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Types of Chemical Reactions and Solution Stoichiometry

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Presentation on theme: "Types of Chemical Reactions and Solution Stoichiometry"— Presentation transcript:

1 Types of Chemical Reactions and Solution Stoichiometry

2 Classification of Matter
Solutions are homogeneous mixtures

3 Solute Solvent A solute is the dissolved substance in a solution.
Salt in salt water Sugar in soda drinks Carbon dioxide in soda drinks Solvent A solvent is the dissolving medium in a solution. Water in salt water Water in soda

4 Saturation of Solutions
A solution that contains the maximum amount of solute that may be dissolved under existing conditions is saturated. A solution that contains less solute than a saturated solution under existing conditions is unsaturated. A solution that contains more dissolved solute than a saturated solution under the same conditions is supersaturated.

5 Electrolytes vs. Nonelectrolytes
The ammeter measures the flow of electrons (current) through the circuit. If the ammeter measures a current, and the bulb glows, then the solution conducts. If the ammeter fails to measure a current, and the bulb does not glow, the solution is non-conducting.

6 Definition of Electrolytes and Nonelectrolytes
An electrolyte is: A substance whose aqueous solution conducts an electric current. A nonelectrolyte is: A substance whose aqueous solution does not conduct an electric current. Try to classify the following substances as electrolytes or nonelectrolytes…

7 Electrolytes? Pure water Tap water Sugar solution Sodium chloride solution Hydrochloric acid solution Lactic acid solution Ethyl alcohol solution Pure, solid sodium chloride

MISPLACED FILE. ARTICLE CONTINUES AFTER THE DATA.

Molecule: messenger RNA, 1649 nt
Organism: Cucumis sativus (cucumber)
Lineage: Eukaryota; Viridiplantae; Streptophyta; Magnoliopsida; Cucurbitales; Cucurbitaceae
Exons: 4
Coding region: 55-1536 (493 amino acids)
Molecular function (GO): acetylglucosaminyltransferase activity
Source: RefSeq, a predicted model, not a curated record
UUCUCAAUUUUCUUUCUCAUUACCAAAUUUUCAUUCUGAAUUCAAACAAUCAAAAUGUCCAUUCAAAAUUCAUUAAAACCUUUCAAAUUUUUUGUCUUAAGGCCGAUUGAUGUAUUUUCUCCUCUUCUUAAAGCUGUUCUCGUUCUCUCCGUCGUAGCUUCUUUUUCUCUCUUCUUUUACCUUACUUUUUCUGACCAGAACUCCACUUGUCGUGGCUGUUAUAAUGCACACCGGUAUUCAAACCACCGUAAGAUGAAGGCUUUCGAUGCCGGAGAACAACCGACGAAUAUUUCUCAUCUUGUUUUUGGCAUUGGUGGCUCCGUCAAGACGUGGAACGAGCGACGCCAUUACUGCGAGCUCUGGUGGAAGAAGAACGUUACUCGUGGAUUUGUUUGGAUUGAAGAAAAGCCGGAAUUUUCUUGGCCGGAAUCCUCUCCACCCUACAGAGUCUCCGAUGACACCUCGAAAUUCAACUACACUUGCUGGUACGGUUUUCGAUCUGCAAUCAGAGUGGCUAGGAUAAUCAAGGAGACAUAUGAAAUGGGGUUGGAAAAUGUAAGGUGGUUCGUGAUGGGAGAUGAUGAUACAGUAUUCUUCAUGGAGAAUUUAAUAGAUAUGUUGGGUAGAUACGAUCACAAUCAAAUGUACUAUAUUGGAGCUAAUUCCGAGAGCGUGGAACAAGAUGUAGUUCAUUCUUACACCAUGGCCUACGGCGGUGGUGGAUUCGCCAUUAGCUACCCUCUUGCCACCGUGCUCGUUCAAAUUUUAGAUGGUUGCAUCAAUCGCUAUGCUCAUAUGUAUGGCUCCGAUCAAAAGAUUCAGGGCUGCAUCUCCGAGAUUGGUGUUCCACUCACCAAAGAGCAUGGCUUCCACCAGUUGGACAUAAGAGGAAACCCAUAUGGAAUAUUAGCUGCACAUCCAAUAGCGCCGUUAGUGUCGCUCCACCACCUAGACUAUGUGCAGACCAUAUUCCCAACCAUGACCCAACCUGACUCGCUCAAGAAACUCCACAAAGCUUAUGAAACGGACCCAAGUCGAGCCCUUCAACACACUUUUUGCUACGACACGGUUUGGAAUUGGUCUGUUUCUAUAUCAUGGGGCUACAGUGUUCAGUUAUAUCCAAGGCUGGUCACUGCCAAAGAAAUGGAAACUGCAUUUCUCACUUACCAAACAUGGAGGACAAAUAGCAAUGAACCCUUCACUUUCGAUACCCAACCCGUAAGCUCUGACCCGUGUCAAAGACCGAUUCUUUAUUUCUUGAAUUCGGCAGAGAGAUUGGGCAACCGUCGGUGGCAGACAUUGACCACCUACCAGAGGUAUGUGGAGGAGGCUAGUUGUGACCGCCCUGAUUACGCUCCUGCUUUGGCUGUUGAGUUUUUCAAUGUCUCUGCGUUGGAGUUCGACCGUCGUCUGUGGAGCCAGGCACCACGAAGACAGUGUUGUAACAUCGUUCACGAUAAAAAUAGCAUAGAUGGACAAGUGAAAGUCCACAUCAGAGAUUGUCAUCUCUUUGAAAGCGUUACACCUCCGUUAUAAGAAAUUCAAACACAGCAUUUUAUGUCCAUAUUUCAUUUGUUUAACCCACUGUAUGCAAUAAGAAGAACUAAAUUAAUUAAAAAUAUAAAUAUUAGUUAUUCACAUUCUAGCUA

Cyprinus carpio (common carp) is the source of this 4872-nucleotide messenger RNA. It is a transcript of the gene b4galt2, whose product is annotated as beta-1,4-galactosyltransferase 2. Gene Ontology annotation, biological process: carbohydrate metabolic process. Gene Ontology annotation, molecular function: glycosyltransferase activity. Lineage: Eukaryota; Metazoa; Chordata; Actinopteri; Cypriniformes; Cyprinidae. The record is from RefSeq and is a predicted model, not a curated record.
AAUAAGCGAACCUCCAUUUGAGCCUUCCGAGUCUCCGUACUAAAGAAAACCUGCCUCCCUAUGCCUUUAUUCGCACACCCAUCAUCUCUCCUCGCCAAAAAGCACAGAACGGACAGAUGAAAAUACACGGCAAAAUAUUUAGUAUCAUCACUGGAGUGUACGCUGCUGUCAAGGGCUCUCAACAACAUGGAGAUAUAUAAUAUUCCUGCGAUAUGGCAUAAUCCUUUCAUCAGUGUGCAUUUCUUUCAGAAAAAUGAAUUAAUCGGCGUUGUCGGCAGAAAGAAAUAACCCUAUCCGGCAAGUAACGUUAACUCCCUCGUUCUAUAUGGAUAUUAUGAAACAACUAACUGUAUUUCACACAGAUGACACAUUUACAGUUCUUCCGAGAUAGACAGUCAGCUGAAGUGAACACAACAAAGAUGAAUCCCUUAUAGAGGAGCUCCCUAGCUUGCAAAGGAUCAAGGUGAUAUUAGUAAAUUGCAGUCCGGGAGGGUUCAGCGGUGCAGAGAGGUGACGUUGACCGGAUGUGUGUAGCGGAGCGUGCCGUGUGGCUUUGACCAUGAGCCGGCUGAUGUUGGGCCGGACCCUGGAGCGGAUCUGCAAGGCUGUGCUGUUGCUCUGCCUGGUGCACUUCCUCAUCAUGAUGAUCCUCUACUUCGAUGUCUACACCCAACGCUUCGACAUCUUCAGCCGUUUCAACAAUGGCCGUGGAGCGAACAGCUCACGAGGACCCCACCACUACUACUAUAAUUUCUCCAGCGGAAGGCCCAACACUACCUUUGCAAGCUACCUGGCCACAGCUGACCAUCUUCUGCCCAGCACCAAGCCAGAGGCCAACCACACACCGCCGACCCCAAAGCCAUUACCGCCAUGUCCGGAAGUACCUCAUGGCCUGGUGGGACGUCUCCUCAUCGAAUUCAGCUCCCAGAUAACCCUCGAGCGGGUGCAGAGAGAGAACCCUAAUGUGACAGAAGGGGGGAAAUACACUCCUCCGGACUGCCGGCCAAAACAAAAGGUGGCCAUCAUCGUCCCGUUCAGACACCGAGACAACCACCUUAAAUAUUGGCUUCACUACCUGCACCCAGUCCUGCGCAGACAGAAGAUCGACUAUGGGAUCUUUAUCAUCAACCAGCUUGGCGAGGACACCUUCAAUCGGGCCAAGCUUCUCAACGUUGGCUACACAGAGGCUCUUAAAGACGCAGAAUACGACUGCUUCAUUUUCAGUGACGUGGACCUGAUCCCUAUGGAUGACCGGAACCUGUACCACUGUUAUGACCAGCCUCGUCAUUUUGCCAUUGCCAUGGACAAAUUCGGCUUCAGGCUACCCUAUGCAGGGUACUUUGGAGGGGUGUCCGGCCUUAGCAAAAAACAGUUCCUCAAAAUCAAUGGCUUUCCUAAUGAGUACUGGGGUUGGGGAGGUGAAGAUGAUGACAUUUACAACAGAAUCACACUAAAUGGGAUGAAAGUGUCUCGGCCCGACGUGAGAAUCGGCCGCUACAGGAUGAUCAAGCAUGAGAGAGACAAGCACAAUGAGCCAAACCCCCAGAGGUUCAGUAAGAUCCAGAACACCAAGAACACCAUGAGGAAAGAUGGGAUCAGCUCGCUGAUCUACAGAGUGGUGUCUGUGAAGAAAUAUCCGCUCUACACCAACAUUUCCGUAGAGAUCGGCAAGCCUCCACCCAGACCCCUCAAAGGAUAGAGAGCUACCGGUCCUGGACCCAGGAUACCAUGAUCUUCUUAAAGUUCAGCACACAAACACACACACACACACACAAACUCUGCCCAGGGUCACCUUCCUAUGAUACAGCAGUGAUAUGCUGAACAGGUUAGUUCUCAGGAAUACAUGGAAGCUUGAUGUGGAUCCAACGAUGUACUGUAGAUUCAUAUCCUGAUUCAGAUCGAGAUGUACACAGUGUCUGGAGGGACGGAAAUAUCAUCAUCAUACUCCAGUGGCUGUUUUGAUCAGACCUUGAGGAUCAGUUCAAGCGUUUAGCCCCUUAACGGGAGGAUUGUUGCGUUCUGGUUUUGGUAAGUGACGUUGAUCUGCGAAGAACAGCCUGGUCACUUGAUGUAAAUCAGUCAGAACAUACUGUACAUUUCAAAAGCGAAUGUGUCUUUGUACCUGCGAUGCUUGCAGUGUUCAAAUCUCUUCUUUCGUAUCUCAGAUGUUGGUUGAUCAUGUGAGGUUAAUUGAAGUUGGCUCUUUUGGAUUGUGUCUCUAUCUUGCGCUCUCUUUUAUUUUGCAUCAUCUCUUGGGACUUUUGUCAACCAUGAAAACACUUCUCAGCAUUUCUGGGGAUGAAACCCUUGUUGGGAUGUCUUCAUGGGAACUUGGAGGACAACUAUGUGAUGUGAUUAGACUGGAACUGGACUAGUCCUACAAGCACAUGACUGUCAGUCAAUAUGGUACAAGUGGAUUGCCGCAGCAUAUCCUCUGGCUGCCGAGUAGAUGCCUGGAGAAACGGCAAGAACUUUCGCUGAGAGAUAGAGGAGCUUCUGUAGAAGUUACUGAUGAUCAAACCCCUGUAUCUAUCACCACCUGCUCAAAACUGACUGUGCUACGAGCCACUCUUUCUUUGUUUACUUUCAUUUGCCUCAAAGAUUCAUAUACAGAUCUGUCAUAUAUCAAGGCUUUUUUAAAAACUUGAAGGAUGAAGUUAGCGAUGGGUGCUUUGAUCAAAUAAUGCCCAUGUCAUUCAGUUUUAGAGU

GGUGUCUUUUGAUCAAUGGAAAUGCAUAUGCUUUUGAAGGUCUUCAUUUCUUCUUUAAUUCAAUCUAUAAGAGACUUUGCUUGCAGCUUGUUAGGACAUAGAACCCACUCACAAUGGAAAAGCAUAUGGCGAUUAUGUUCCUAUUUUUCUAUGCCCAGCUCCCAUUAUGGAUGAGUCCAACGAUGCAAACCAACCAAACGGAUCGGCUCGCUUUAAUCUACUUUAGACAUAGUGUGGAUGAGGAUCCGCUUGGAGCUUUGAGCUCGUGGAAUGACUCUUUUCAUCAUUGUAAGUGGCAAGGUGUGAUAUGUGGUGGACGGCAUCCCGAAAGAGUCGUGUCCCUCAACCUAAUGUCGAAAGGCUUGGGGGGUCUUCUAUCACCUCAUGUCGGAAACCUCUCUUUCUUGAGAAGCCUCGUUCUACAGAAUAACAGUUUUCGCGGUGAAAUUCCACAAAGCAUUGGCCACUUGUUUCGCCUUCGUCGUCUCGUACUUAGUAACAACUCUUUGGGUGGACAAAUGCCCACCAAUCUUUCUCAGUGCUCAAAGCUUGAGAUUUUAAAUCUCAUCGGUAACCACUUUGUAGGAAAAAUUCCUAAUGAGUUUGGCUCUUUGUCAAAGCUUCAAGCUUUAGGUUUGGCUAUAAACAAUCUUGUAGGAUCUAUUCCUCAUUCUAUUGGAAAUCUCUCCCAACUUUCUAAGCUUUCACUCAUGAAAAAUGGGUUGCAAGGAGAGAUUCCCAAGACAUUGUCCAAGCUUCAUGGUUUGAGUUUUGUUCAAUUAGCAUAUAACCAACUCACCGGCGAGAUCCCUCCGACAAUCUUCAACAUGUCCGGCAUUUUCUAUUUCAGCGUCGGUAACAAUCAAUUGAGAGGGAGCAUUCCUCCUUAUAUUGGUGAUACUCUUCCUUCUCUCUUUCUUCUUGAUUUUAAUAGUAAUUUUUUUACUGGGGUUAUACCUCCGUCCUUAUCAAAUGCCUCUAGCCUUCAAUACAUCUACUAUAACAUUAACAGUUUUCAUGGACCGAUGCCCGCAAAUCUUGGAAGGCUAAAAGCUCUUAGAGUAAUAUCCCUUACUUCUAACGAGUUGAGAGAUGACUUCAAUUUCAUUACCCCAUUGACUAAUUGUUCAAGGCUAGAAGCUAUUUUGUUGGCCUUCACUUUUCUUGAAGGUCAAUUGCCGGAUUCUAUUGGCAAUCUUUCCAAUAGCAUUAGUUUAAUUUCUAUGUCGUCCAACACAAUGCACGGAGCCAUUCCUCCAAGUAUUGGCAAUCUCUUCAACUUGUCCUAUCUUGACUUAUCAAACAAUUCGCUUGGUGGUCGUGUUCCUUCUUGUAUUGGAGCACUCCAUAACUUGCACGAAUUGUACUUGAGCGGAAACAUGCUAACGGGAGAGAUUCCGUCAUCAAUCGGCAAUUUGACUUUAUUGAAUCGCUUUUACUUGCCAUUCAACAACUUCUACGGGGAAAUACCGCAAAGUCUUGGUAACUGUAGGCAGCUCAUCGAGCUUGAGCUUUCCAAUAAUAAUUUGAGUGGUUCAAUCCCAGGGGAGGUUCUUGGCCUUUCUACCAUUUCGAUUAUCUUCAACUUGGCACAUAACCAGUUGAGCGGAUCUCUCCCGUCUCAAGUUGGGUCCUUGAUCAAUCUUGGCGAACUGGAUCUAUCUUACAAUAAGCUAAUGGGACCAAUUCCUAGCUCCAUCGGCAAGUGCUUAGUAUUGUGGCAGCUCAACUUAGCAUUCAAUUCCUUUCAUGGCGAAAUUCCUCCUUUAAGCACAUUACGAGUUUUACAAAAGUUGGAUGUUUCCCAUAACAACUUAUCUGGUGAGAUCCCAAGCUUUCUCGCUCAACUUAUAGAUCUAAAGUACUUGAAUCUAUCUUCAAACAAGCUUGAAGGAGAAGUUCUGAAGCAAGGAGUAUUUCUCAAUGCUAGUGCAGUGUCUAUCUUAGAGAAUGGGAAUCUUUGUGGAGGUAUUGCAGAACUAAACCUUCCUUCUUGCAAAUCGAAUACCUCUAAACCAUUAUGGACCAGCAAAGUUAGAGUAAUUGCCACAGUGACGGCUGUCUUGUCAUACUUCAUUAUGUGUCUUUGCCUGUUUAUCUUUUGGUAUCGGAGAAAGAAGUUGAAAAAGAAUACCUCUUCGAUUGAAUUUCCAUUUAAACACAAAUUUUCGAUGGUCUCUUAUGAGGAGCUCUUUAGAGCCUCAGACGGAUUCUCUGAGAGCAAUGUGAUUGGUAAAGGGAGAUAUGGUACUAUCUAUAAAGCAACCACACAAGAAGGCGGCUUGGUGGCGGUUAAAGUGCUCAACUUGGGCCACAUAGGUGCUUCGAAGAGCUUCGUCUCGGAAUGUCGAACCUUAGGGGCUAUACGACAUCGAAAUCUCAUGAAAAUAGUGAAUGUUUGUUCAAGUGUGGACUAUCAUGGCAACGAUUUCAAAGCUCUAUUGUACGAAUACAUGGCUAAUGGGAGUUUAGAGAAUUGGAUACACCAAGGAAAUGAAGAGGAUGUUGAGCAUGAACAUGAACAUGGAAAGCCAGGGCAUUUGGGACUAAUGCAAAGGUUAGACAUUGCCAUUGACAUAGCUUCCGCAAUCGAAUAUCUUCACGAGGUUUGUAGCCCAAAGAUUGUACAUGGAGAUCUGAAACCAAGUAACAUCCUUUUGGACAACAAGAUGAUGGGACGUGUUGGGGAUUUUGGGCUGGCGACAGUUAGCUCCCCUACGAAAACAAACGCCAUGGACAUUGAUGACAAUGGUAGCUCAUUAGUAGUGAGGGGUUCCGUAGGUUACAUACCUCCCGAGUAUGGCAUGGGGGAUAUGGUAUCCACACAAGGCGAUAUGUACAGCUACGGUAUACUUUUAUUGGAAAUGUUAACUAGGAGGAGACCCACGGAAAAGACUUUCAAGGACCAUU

8 Answers… ELECTROLYTES: NONELECTROLYTES: Tap water (weak) NaCl solution
  HCl solution   Lactate solution (weak)   Pure water   Sugar solution   Ethanol solution   Pure, solid NaCl But why do some compounds conduct electricity in solution while others do not…?

9 Ionic CompoundsDissociate
NaCl(s)  Na+(aq) + Cl-(aq) AgNO3(s)  Ag+(aq) + NO3-(aq) MgCl2(s)  Mg2+(aq) + 2 Cl-(aq) Na2SO4(s)  2 Na+(aq) + SO42-(aq) AlCl3(s)  Al3+(aq) + 3 Cl-(aq)

10 Some covalent compounds IONIZE in solution
Covalent acids form ions in solution, with the help of the water molecules. For instance, hydrogen chloride molecules, which are polar, give up their hydrogens to water, forming chloride ions (Cl-) and hydronium ions (H3O+).

11 Strong acids such as HCl are completely ionized in solution.
Other examples of strong acids include: Sulfuric acid, H2SO4 Nitric acid, HNO3 Hydriodic acid, HI Perchloric acid, HClO4 Hydrobromic acid, HBr

12 Weak acids such as lactic acid usually ionize less than 5% of the time.
Many of these weaker acids are “organic” acids that contain a “carboxyl” group. The carboxyl group does not easily give up its hydrogen.

13 Because of the carboxyl group, organic acids are sometimes called “carboxylic acids”.
Other organic acids and their sources include: Citric acid – citrus fruit Malic acid – apples Butyric acid – rancid butter Amino acids – protein Nucleic acids – DNA and RNA Ascorbic acid – Vitamin C This is an enormous group of compounds; these are only a few examples.

14 However, most covalent compounds do not ionize at all in solution.
Sugar (sucrose – C12H22O11), and ethanol (ethyl alcohol – C2H5OH) do not ionize - That is why they are nonelectrolytes!

15 Molarity The concentration of a solution measured in moles of solute per liter of solution. mol = M L

16 Preparation of Molar Solutions
Problem: How many grams of sodium chloride are needed to prepare 1.50 liters of M NaCl solution? Step #1: Ask “How Much?” (What volume to prepare?) Step #2: Ask “How Strong?” (What molarity?) Step #3: Ask “What does it weigh?” (Molar mass is?) 1.500 L 0.500 mol 58.44 g = 43.8 g 1 L 1 mol